Last week, Utah state legislators rejected a plan for comprehensive sexual education, insisting on maintaining an abstinence-based curriculum. In response, the pornography website xHamster started rerouting its visitors from Utah to their sexual education series called “The Box.” In a popup on the site, a message reads, “Utahns consume the most porn per capita of any state, but have some of the lowest levels of sexual education. We’re here to change that.”
This week, the University Journal Editorial Board tackled sexual education, discussing options for curricula in Utah alongside the effects of abstinence-only education. The general consensus was that sex ed should be comprehensive, as abstinence-only education is largely ineffective and detrimental.
To begin, one member emphasized that abstinence-only education perpetuates silence and shame on the topic of sex, even though many are obsessed with it. Young people still have sex in Utah — they just don’t talk about it.
In 2010, 36 percent of all Utah pregnancies were unintended, according to the Guttmacher Institute. Unplanned pregnancy can occur with protected sex, but it’s more likely that a majority of these pregnancies were the result of unprotected sex. Furthermore, states with abstinence-only education (that includes Utah) have higher rates of STDs, according to the Center for Disease Control.
Utah’s excessive porn consumption demonstrates an obsession with sex despite lack of education on it. As teenagers aren’t getting comprehensive sex ed, they’re likely seeking answers elsewhere — and if that elsewhere is porn, the answers are rarely accurate. As several Board members pointed out, porn tends to propagate serious misconceptions about sex, such as those related to body image or sexual expectations.
A lack of education spreads further misconceptions, especially concerning consent. For example, in a Utah case where a young girl was raped by an acquaintance, a primary reason for the defendant’s acquittal was that the jury did not believe the victim could be raped by someone she knew, according to Utah County prosecutor Lauren Hunt for the Salt Lake Tribune. This is truly incredible, considering 82 percent of rape victims were assaulted by someone they knew, according to the Department of Justice. Perhaps proper education on consent could prevent this kind of ignorance-based injustice.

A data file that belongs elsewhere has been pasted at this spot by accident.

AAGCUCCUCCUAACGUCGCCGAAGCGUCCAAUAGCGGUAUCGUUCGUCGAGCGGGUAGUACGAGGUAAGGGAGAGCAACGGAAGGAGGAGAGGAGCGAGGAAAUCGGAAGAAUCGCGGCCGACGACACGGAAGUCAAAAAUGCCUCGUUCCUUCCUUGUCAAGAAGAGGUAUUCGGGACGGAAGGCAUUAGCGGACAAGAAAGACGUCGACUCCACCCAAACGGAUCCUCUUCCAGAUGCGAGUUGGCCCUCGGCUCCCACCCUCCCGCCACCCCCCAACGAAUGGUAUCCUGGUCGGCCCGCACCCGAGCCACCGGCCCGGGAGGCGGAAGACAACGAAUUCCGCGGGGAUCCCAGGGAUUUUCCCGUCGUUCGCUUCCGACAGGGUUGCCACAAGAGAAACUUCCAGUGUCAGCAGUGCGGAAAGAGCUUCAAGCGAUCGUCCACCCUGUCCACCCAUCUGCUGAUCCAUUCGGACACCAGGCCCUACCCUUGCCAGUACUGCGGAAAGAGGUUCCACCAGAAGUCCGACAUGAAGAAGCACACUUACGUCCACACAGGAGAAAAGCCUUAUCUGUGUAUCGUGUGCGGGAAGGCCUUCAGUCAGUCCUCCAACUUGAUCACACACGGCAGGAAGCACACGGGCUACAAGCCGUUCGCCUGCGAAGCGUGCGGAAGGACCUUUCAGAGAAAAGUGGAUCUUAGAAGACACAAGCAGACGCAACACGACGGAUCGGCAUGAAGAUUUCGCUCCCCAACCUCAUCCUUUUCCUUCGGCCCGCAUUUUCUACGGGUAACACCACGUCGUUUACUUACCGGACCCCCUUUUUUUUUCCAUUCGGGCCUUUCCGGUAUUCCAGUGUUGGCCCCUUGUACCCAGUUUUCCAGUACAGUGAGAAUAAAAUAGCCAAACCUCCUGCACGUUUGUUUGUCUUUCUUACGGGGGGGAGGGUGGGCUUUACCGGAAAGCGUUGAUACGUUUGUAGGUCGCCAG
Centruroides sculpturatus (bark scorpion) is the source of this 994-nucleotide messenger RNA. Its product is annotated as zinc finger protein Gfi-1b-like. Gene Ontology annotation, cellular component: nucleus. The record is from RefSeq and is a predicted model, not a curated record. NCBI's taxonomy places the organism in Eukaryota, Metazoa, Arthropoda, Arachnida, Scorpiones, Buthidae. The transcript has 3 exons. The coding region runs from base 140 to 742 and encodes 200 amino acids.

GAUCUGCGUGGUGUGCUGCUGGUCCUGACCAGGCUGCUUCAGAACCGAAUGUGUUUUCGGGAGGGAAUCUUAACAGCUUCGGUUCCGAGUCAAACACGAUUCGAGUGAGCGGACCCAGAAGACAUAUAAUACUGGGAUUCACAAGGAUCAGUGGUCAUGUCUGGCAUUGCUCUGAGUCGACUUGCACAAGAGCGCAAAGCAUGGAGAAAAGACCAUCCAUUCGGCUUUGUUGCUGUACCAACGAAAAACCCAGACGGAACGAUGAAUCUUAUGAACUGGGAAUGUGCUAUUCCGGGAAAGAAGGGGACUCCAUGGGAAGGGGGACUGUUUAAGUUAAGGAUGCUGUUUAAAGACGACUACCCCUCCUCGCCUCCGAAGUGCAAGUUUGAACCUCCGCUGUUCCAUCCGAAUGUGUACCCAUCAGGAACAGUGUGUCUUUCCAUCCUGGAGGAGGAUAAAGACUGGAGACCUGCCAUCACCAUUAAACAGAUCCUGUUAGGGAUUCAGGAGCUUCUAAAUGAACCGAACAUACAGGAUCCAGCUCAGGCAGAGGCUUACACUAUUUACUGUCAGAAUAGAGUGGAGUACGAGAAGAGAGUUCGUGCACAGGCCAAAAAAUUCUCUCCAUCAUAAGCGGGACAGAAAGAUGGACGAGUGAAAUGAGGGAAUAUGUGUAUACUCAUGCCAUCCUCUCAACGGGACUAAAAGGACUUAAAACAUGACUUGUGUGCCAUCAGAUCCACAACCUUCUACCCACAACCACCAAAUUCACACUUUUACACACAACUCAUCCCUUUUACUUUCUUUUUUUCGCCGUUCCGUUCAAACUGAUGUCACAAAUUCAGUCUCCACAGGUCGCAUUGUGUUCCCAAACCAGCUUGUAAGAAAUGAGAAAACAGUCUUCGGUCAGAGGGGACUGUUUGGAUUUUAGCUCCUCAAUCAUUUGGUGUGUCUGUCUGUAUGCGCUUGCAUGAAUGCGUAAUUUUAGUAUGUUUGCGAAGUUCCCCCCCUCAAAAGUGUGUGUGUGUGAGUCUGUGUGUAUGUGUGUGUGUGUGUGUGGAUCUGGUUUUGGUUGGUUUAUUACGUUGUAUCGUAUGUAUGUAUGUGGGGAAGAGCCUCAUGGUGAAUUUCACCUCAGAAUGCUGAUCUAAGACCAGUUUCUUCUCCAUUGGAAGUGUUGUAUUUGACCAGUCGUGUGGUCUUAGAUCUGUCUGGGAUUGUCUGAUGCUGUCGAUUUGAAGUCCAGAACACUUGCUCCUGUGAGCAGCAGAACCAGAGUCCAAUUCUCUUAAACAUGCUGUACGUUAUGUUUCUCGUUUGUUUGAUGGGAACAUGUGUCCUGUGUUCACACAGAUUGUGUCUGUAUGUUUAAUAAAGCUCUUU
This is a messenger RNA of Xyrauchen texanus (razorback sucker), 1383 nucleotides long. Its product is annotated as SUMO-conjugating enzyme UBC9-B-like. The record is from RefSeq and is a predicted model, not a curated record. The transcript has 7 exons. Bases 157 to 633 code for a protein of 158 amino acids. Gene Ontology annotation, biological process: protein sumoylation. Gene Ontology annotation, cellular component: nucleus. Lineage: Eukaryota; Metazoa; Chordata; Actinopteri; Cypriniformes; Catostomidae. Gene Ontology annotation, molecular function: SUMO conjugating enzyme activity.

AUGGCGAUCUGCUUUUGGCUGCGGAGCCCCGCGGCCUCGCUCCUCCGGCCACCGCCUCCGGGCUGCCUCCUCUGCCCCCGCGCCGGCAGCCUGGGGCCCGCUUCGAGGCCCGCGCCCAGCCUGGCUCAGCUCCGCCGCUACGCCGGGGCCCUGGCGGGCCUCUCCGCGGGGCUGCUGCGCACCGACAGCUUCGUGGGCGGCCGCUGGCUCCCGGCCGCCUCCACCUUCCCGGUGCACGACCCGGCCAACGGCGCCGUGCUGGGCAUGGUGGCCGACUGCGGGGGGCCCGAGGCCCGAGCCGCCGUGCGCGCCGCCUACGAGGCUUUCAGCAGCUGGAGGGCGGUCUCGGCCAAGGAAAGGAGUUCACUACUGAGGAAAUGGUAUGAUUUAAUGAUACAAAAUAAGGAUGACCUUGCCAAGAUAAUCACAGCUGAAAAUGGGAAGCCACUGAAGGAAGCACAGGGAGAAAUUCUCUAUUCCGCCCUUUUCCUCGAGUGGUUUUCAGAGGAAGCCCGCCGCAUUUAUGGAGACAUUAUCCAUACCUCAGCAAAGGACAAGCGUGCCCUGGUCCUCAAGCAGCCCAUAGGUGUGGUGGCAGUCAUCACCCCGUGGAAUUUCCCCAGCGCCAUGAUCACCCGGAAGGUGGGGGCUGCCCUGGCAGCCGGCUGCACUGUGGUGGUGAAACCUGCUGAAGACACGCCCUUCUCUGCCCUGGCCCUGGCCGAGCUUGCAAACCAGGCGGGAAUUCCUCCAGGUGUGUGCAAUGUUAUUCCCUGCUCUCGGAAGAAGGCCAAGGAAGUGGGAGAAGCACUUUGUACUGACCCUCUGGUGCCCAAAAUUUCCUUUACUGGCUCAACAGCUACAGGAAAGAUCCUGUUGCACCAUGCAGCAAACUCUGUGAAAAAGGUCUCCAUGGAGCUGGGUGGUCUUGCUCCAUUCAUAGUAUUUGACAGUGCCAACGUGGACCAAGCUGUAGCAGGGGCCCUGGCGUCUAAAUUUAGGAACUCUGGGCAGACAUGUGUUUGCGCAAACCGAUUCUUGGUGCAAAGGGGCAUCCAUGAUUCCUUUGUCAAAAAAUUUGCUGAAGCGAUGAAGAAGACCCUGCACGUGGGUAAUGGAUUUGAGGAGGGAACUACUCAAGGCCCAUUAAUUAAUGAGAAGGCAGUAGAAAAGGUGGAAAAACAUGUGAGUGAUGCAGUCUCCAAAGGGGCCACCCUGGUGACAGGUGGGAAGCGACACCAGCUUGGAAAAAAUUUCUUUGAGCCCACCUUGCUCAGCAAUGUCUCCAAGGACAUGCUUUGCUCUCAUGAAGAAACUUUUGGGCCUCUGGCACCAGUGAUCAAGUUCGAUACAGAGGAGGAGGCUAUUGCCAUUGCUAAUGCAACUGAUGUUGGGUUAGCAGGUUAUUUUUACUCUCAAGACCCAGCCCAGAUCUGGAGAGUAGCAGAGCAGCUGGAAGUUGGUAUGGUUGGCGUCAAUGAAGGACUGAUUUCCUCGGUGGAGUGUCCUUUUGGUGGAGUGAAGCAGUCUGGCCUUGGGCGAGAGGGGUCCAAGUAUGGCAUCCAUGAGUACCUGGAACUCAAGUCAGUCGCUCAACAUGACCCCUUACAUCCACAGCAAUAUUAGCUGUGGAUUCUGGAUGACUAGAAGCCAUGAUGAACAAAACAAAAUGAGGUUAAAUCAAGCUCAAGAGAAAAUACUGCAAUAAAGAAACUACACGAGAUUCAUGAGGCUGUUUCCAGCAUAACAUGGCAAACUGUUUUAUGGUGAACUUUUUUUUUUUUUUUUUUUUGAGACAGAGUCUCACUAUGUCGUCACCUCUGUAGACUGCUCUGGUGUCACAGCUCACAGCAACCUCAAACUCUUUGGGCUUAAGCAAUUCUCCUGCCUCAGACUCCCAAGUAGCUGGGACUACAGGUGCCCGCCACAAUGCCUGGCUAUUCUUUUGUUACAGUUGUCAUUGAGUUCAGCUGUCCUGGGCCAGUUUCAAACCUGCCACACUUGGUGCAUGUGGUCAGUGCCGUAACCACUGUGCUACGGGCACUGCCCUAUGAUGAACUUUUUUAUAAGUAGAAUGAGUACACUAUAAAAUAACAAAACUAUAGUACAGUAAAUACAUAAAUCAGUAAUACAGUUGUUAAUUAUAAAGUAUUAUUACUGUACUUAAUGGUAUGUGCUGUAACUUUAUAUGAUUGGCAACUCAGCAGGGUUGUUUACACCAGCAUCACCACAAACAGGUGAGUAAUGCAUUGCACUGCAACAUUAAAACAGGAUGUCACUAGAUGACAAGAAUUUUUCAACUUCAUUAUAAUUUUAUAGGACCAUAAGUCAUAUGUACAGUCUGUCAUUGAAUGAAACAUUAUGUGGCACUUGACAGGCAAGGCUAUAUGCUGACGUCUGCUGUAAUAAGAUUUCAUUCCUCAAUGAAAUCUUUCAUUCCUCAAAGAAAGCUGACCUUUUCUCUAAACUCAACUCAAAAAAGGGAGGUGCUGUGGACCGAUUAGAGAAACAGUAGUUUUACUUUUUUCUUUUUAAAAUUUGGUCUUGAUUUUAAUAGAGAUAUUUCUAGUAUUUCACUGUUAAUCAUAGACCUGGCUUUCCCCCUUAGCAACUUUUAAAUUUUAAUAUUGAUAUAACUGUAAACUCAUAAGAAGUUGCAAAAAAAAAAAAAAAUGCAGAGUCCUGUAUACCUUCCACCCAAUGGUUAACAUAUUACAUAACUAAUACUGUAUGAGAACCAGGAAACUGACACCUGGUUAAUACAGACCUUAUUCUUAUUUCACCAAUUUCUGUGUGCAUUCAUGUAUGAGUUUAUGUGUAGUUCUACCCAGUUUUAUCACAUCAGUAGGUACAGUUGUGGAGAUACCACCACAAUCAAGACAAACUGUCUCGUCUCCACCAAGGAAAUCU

Furthermore, the Executive Director of the Utah Coalition Against Sexual Assault described experiences in which victims he worked with couldn’t label their sexual assault as assault or even say the word “vagina.” This illustrates the concept of shame and refusal to talk about sex, even when it is necessary to do so.
Another point the Board discussed was whether sex ed should be left up to parents (many legislators promoting abstinence-only curricula believe it should). One member said schools are responsible for molding informed citizens, and in that respect, abstinence-only sex ed fails. Other members concurred schools must create strong learning foundations and fill in gaps left by parents. Some members said they know people whose parents never talked to them about it. One highlighted the experience of a young girl who started menstruating without knowing what it was and thought she was dying. This is just one instance in which parents neglected to do the job Utah policymakers expect them to.
Many Board members also asserted that LGBTQ+ representation in sex ed is critical. Last October, Equality Utah — a non-profit organization that works to secure rights for LGBTQ+ Utahns — sued the state’s education office on behalf of three minors over laws prohibiting discussion of homosexuality in public schools. These minors were bullied for their sexualities and genders, and they were discouraged from asking questions about LGBTQ+ issues in health classes. One Board member said LGBTQ+ youth have a right to education, too. Others said it is especially important they be taught about contraceptives because homosexual/bisexual men accounted for 63 percent of HIV infections in 2010, according to the CDC. This percentage perpetuates a fear of homosexuality, when instead it should be an opportunity to educate youth about the importance of contraceptives.
Abstinence-only education is detrimental, correlating with higher STD and pregnancy rates as well as misconceptions about sex and consent. Students of all sexualities and genders deserve comprehensive sexual education. We must face the truth: silence is deadly. It is time to shed antiquated mindsets, accept that sex is a part of life and ensure it is practiced safely.
The opinions expressed above are the collective perspective of the University Journal Editorial Board. The editorial board meets Fridays at 4 p.m. in Room 176C of the Sharwan Smith Student Center. Readers are welcome to comment online at suunews.com or on Facebook.